What should I do to make my car faster even thought I use it for daily driving

hyundai
tiburon

#1

I have a Hyundai Tiburon 2003 GT V6 6 speed manuel and I just paid it off. I know its not the best car to hook up but the car is fully hooked up on the out side. The car looks really fast but it isn’t. I don’t want to spend $15,000 to hook up the engine so I was looking online for a T3/T4 25-35 PSI 450 max HP Turbo, GodSpeed Intercooler, Custom Piping, and a HKS Boost controller. I found all of that for a total of $900 without installation. I don’t know if my engine for my car can take force induction with no modification. Do you know if the engine needs the modification? Also should I use anything different? and what else should I do to the car to make sure that the engine won’t get messed up with the new turbo? Your answer would be greatly appreciated, thanks


#2

Your engine/transmission/drivetrain will not handle 450 hp and 25-35 psi boost. Have you looked for any Hyundai forums? There may be some Tiburon drivers who’ve had success while keeping their engines from breaking.


#3

Anytime you add a forced air induction system be it either with a turbo or supercharger, this adds extra air into the engine. To compensate for the extra air, extra fuel has to be added. So either larger injectors need to be installed, or the computer reprogrammed to add the extra fuel. That’s just for starters.

Tester


#4

I agree with Texases on both of his points. Additionally, there are now magazines that specialize in performance-modifying “riceburners”, otherwise commonly called “tuners”. You might enjoy a stop at the bookstore.


#5

I’m Not Sure What A Hyundai Tiburon 2003 GT V6 Is (They’re Are No Hyundais Around Here), But I Don’t Think It’s A Race Car Or Even A Sports Car.

I’m not even sure what " fully hooked up on the out side." is, but fast it’s not !

Before you try turning it into one ( It would be like putting perfume on a pig), why not sell it and get a car that will meet your expectations and desires ?

I think it’s the right car for the wrong driver or wrong car for the right driver. Since it’s hooked up outside, off it !

CSA


#6

Yes, you can do this!

First, you need to install a heavy-duty crankshaft, new beefed-up main bearing caps, forged heavy-duty connecting rods, a higher capacity oil pan, a different camshaft, larger injectors, and new cylinder heads to reduce the compression ratio. Don’t forget to install a new radiator with a higher capacity, as well as an additional cooling fan. You may also need new pistons. All of this is necessitated by the turbocharger.

The clutch will have to be swapped for a heavy-duty model with much stronger clutch springs, and the transmission will have to be replaced with one that can stand up to the torque of the modified engine.

Then, you will need to install much more powerful brakes. I recommend Brembo rotors and calipers. Larger tires on stronger alloy wheels will also be necessary.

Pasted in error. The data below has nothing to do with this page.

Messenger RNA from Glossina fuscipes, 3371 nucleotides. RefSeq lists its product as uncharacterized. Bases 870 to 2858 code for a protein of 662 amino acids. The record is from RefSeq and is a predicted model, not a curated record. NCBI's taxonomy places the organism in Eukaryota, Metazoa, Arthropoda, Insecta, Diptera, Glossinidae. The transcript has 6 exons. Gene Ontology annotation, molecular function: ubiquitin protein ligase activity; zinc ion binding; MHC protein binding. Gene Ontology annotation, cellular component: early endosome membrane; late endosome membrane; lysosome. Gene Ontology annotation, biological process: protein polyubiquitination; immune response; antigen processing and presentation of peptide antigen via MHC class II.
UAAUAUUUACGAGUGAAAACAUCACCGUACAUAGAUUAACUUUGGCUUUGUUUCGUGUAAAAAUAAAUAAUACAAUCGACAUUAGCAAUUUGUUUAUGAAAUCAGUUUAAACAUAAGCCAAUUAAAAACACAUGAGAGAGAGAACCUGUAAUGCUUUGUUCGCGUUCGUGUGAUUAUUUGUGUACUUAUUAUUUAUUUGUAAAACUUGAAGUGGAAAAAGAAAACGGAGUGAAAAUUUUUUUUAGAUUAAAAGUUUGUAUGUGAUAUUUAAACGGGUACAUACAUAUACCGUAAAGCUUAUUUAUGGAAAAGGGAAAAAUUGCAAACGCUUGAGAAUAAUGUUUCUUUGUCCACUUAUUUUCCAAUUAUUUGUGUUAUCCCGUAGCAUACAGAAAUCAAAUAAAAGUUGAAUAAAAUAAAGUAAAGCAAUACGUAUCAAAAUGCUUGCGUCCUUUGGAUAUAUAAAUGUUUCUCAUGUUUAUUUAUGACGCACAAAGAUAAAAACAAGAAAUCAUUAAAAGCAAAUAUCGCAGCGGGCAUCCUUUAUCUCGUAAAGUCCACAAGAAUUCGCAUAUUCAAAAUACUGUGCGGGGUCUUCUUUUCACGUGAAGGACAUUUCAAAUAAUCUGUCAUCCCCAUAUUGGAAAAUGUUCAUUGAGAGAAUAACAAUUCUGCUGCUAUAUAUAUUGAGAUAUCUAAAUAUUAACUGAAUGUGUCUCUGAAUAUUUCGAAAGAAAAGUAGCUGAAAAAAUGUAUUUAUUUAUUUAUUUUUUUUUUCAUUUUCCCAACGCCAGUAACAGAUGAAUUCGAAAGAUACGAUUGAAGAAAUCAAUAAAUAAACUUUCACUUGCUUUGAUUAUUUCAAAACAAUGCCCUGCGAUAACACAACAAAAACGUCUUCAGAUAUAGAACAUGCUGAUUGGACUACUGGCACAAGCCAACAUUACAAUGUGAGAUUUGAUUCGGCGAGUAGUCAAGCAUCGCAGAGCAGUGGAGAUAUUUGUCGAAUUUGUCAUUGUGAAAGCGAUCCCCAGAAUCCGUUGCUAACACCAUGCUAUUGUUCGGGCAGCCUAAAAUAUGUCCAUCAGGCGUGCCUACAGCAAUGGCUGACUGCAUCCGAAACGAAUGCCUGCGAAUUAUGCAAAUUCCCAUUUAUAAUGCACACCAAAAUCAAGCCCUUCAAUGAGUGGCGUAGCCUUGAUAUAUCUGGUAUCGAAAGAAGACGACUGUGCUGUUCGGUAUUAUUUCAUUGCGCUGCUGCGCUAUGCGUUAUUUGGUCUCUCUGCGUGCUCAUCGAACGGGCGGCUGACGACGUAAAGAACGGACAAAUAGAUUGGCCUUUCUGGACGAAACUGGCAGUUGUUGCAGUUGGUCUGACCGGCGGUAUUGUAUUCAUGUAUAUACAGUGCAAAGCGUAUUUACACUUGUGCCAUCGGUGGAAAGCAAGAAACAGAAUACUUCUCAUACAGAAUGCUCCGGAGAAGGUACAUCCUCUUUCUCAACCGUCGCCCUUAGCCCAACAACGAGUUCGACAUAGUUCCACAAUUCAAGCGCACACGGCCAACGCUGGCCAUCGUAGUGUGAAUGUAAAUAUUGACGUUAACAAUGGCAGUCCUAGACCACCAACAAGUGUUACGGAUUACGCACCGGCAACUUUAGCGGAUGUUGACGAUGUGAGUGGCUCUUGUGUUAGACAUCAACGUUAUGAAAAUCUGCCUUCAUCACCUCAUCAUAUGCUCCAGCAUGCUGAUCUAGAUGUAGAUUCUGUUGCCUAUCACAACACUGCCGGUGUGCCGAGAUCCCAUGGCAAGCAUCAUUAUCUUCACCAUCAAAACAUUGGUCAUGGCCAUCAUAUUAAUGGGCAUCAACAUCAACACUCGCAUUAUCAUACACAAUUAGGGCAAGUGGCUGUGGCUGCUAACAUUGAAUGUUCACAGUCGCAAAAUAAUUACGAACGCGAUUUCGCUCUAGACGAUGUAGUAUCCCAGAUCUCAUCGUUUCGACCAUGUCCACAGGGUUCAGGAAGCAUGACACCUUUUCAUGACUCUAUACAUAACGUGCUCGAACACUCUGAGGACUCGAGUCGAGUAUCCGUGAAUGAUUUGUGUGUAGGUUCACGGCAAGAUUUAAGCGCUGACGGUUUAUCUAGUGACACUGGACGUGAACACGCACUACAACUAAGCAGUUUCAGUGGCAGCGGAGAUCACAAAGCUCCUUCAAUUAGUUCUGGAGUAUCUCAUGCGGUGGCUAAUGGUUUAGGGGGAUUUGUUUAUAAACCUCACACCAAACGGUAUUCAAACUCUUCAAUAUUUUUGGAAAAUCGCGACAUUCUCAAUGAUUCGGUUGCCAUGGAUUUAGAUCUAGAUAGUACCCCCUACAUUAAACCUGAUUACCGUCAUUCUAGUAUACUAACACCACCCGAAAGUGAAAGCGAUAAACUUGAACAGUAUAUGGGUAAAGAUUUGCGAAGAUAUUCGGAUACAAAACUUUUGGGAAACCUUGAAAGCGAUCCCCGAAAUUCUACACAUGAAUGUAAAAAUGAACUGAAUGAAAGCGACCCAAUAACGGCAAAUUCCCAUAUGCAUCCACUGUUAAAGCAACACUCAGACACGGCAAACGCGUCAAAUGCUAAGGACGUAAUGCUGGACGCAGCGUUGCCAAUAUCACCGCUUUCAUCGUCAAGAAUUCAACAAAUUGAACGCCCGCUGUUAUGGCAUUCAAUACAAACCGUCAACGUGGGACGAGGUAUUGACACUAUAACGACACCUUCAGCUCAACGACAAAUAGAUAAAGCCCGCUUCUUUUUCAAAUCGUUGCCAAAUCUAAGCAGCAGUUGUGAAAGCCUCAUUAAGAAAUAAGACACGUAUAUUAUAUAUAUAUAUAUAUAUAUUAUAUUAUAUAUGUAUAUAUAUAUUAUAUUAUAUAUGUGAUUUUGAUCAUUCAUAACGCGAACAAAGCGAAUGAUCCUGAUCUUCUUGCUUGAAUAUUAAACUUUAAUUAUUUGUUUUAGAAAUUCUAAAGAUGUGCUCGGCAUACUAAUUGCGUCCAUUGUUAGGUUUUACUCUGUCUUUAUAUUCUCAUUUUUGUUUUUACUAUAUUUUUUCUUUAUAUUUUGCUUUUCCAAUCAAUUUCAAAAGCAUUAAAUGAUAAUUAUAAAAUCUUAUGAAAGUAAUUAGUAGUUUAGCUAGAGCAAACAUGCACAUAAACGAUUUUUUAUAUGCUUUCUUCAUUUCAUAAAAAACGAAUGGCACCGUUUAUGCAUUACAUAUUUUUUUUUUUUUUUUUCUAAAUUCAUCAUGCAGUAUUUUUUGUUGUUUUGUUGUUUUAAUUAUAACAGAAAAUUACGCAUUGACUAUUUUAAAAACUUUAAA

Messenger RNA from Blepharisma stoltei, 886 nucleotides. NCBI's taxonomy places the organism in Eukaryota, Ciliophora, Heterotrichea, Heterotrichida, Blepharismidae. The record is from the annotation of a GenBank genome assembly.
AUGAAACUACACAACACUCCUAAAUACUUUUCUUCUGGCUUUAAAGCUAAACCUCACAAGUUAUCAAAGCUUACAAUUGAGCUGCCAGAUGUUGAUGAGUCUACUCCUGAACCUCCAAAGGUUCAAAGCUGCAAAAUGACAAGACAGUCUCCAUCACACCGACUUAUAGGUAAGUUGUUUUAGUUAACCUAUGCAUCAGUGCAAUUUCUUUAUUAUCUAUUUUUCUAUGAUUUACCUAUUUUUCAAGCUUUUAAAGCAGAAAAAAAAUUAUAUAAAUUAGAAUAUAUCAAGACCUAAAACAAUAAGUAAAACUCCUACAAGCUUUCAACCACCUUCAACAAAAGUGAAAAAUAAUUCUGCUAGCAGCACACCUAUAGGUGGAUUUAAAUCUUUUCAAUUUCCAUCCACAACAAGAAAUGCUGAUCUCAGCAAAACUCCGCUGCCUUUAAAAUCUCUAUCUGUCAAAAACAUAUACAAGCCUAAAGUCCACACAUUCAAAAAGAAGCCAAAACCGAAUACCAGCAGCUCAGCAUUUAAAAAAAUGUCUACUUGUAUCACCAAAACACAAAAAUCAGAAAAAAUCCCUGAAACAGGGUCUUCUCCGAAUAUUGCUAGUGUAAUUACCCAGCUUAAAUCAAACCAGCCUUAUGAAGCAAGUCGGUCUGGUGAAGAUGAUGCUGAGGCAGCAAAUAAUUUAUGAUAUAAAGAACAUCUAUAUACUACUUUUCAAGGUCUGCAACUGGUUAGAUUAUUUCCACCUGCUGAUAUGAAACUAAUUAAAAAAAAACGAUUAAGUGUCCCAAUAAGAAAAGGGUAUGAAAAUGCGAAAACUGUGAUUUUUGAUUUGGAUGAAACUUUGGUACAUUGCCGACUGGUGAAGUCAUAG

The suspension will also need to be modified, as a result of the higher cornering speeds that you will likely be subjecting the car to.

You should be able to do all of this for…around $25,000 or so, as long as you can find a cheap mechanic.

Or, you could simply buy a car that is already set up properly by the manufacturer.
If you buy a new car that is purpose-built by the manufacturer, it will be more durable, more reliable, and will come with a warranty. Of course, it won’t have all of the “boy-racer” plastic parts from Wal-Mart, but you could always add them. Wal-mart also sells many types of hooks, in case you want the new car to be “hooked up”.


#7

25-35 pounds of boost on a gas engine? Good luck with that. Start thinking around 12-14 psi, if you rebuild the the engine with forged internals. Of course this is FWD car as well. I hope you like torque steer.

I’d consider trading it in on a Genesis Coupe, the 2.0L turbo model, it’s engine is quite similar to the one in the Evo X, though it’s not quite as robustly built.


#8

I’d go with the sedan before the coupe. Lot more comfortable to sit in


#9

I am definitely not into the whole “tuner” thing, since it is a lot cheaper and easier to get power out of a V8. Frankly, $15,000 probably wouldn’t get you 450 horsepower out of your engine. Adding a turbo, even a mild one, to this engine would most likely require other engine modifications, particularly to lower the compression ratio. If you want to go a little faster for around $900, you might consider nitrous oxide. It is fairly engine friendly, cheap, can be done without further modifications (within reason!), and should give you another 50 horsepower. That is probably your best bet for the money you have to spend, and your desire to keep it a daily driver. It is also a status symbol amongst the tuner crowd. You can say to the other rice burner people, “my car has NAAAAHHHSSS!!!”